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Publication #FPS-277

Illicium floridanum Florida Anise Tree, Florida Anise1

Edward F. Gilman2

Introduction

This rapidly growing, evergreen, Florida native shrub has olive green leaves and reddish-purple, starry, two-inch flowers (Fig. 1). The many slender branches of Florida anise droop to he ground, giving a rounded, open canopy in the shade, ideal for natural settings, or in sunny locations it can be pruned into dense hedges or windbreaks. The small, somewhat showy, maroon flowers appear in spring and are followed in late summer to fall by star-shaped, many-seeded pods which cling to the stems. The leaves of Florida anise give off a distinctive odor when bruised or crushed.

Figure 1. 

Florida anise tree


[Click thumbnail to enlarge.]

General Information

Scientific name: Illicium floridanum
Pronunciation: ill-LISS-see-um flor-rid-DAY-num
Common name(s): Florida anise tree, Florida anise
Family: Illiciaceae
Plant type: shrub
USDA hardiness zones: 8 through 10 (Fig. 2)
Planting month for zone 7: year round
Planting month for zone 8: year round
Planting month for zone 9: year round
Planting month for zone 10: year round
Origin: native to Florida
Uses: container or above-ground planter; hedge; espalier; screen; foundation; border
Availability: somewhat available, may have to go out of the region to find the plant

Figure 2. 

Shaded area represents potential planting range


[Click thumbnail to enlarge.]

Description

Height: 10 to 15 feet
Spread: 6 to 10 feet
Plant habit: oval
Plant density: dense
Growth rate: moderate
Texture: medium

Foliage

Leaf arrangement: alternate
Leaf type: simple
Leaf margin: undulate
Leaf shape: ovate
Leaf venation: none, or difficult to see
Leaf type and persistence: fragrant
Leaf blade length: 2 to 4 inches
Leaf color: green
Fall color: no fall color change
Fall characteristic: not showy

Flower

Flower color: red
Flower characteristic: spring flowering; unpleasant fragrance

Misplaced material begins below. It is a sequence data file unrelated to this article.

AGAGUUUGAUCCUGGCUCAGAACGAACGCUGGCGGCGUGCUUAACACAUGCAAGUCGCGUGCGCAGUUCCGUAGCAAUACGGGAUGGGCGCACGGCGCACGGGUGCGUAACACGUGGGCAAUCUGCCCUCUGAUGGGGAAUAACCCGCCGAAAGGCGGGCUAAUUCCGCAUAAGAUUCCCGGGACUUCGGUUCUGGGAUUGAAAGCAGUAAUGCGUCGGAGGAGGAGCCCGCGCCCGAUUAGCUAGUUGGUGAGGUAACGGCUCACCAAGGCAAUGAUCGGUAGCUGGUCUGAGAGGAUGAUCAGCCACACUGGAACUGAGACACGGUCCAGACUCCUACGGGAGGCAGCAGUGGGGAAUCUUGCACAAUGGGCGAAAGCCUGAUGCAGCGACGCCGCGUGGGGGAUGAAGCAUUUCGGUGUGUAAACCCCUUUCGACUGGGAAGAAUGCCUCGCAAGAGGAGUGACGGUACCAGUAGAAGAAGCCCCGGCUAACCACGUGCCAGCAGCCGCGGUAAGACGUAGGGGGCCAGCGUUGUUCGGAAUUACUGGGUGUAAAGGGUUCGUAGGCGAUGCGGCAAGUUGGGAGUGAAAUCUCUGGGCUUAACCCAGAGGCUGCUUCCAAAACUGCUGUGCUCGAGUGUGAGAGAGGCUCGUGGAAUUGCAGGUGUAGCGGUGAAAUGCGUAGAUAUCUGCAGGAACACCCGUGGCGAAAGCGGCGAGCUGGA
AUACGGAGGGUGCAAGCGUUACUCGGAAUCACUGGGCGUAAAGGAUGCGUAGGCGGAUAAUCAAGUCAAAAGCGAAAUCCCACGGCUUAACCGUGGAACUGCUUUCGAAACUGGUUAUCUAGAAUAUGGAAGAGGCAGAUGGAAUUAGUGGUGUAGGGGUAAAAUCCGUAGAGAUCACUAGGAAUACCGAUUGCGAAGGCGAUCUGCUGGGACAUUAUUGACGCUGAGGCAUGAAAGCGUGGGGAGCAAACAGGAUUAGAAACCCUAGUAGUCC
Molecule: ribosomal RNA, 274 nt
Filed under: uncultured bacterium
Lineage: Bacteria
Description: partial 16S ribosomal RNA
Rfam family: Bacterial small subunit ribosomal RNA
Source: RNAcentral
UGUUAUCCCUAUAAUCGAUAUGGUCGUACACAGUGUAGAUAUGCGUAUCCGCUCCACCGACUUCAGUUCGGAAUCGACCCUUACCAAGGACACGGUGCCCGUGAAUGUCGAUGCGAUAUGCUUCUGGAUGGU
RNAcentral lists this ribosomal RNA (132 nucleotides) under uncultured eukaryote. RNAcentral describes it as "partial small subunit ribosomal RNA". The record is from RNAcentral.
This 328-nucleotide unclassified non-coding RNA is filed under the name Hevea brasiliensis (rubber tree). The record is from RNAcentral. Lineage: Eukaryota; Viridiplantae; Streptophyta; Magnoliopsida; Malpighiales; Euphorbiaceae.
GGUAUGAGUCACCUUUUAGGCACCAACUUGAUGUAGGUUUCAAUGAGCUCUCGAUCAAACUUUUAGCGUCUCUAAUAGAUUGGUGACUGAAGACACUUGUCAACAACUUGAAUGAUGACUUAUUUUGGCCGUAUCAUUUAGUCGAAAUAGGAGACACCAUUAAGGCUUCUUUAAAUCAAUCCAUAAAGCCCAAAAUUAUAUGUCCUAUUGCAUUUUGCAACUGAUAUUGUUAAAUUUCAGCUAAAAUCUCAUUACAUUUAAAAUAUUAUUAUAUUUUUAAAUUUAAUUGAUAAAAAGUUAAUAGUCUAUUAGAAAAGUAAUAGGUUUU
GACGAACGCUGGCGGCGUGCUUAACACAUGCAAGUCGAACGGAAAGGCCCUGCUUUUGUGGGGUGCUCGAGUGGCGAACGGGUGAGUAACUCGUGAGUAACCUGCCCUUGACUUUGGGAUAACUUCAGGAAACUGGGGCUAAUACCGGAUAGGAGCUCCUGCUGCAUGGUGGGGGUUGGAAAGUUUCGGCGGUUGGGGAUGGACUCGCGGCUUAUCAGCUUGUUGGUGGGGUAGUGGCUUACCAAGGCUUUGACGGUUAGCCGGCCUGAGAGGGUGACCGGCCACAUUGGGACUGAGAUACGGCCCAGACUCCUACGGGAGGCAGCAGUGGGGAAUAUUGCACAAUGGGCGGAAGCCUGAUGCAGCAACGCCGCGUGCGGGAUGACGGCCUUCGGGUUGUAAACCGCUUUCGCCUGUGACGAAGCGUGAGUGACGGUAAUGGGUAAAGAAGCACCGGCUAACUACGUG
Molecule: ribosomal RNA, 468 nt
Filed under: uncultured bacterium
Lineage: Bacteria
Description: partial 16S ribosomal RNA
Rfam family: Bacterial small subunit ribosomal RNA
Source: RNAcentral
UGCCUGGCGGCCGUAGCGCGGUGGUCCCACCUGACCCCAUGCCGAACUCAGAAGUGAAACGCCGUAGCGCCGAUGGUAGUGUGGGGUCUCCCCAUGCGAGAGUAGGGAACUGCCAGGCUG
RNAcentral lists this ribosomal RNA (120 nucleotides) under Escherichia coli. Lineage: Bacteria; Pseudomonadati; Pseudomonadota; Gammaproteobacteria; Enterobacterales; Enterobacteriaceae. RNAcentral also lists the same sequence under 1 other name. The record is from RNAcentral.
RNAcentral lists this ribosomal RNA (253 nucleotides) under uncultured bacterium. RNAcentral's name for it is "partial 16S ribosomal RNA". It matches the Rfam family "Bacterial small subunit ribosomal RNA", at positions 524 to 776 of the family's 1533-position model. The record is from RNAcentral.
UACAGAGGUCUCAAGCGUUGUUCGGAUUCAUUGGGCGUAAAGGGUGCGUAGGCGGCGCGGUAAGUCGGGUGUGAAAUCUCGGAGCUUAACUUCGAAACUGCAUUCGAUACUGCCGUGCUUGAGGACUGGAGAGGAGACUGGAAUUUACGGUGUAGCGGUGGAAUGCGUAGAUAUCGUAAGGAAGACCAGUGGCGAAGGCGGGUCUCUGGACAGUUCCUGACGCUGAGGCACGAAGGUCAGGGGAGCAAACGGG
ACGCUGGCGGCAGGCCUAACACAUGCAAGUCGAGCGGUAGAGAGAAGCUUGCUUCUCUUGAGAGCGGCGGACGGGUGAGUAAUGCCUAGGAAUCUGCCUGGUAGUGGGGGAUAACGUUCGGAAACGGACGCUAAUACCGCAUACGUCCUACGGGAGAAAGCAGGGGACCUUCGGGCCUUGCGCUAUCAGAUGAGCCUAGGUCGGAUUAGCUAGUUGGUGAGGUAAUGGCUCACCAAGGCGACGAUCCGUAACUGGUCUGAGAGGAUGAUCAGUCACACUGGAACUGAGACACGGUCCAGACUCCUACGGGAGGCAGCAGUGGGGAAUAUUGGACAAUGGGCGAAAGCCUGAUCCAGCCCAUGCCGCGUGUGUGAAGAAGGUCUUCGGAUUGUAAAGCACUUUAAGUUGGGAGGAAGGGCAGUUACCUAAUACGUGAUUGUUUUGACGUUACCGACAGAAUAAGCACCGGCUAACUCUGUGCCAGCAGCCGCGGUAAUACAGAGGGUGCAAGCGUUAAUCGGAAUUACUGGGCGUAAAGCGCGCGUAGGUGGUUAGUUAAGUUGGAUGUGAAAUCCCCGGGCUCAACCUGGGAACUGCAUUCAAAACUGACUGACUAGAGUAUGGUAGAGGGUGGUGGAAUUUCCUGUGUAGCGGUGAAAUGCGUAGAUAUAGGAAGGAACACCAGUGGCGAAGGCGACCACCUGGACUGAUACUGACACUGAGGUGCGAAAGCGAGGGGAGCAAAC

Fruit

Fruit shape: irregular
Fruit length: .5 to 1 inch
Fruit cover: dry or hard
Fruit color: green
Fruit characteristic: inconspicuous and not showy

Trunk and Branches

Trunk/bark/branches: typically multi-trunked or clumping stems; can be trained to grow with a short, single trunk; not particularly showy
Current year stem/twig color: green
Current year stem/twig thickness: medium

Culture

Light requirement: plant grows in part shade/part sun
Soil tolerances: acidic; slightly alkaline; sand; loam; clay;
Drought tolerance: moderate
Soil salt tolerances: poor
Plant spacing: 36 to 60 inches

Other

Roots: sprouts from roots or lower trunk
Winter interest: no special winter interest
Outstanding plant: not particularly outstanding
Invasive potential: not known to be invasive
Pest resistance: no serious pests are normally seen on the plant

Use and Management

Florida anise grows well in sun or shade, but thins out in the shade. Florida anise appreciates rich soil and ample moisture but will easily survive harsher conditions. It is an easy-to-grow, pest-free shrub. Once established it will need watering only during long periods of drought and pruning once a year to maintain its shrub form. It can be pruned and trained into a small, multi-trunked or single-trunked tree.

The cultivar 'Album' has white flowers.

Propagation is by cuttings or layering.

Pests and Diseases

No pests or diseases are of major concern.

Footnotes

1.

This document is FPS-277, one of a series of the Environmental Horticulture Department, UF/IFAS Extension. Original publication date October 1999. Reviewed February 2014. Visit the EDIS website at http://edis.ifas.ufl.edu.

2.

Edward F. Gilman, professor, Environmental Horticulture Department, UF/IFAS Extension, Gainesville, FL 32611.


The Institute of Food and Agricultural Sciences (IFAS) is an Equal Opportunity Institution authorized to provide research, educational information and other services only to individuals and institutions that function with non-discrimination with respect to race, creed, color, religion, age, disability, sex, sexual orientation, marital status, national origin, political opinions or affiliations. For more information on obtaining other UF/IFAS Extension publications, contact your county's UF/IFAS Extension office.

U.S. Department of Agriculture, UF/IFAS Extension Service, University of Florida, IFAS, Florida A & M University Cooperative Extension Program, and Boards of County Commissioners Cooperating. Nick T. Place, dean for UF/IFAS Extension.